Former congressman and now alleged serial sexual harasser Allen West has been caught lying yet again. It’s a standard-issue right-wing lie, taking a minor little story and turning into “OMG TYRANNY!” This one involves his claim that Obama and the EPA are going to attack your right to have a backyard BBQ.
Ladies and gents, I just cannot ascertain when the absurdity of this current administration will cease. The weather is finally warming up and one of the rituals of spring and summer is the family BBQ. Well, it is for now until the Environmental Protection Agency has its way.
As reported by Fox News, “the EPA is funding a $15,000 University of California-Riverside study to look at the particulate emissions you breathe when grilling over an open flame. Along with the drip tray, the emission removal system includes the use of a “secondary air filtration system is composed of a single pipe duct system which contains a specialized metal filter, a metal fan blade, a drive shaft, and an accompanying power system with either a motorized or manual method,” according to study. ”
Why is the EPA concerned about BBQ grill emissions? Who are these people and why are they using one single dime of American taxpayer dollars for this tomfoolery?…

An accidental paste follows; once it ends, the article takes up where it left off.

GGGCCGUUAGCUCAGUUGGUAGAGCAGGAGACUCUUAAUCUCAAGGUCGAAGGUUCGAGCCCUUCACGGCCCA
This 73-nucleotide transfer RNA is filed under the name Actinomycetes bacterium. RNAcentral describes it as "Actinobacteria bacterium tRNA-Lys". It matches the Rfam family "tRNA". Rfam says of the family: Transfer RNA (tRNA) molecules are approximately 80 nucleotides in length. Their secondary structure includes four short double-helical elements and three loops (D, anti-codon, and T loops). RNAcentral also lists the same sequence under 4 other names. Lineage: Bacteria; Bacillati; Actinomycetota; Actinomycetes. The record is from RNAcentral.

This is yet another example of how the administrative bureaucratic state is far out of control. I would like to know the name of the person who signed off on this grant. One thing is for sure, some folks aren’t taking this lying down.
So West’s claim hasn’t been made up from whole cloth. But it’s still pretty misleading.
Most importantly, there’s a big difference between funding a small scientific grant and actually seeking to regulate an activity. The EPA makes clear that this grant isn’t exactly the camel’s nose under the tent. “EPA does not regulate backyard barbecues and does not plan to in the future,” the agency said in a statement to PolitiFact. (The Fox News article did mention this disclaimer toward the end of its story.)
The difference between supporting a study and setting national policy is especially wide in this case, because the funding comes from a national student design competition — the “P3 Awards: A National Student Design Competition for Sustainability Focusing on People, Prosperity and the Planet.”…
By West’s standard, would projects hosted by the White House at its science fair on March 23 also constitute a roadmap for future policymaking? Will the high school projects for a wearable breathalyzer wristband, or a system for turning algae into a biofuel — two real projects hosted at the science fair — automatically become guideposts for future federal rulemaking? We don’t think so. (West’s press office didn’t reply to two emails for this article.)…
But it’s wrong to say, as West does, that their existence demonstrates that the EPA “wants to” regulate backyard barbecues. The EPA says it isn’t seeking to do so, and the projects in question are examples of scientific inquiry, not examples of federal rulemaking.
It’s just more of the usual demagoguery from the right.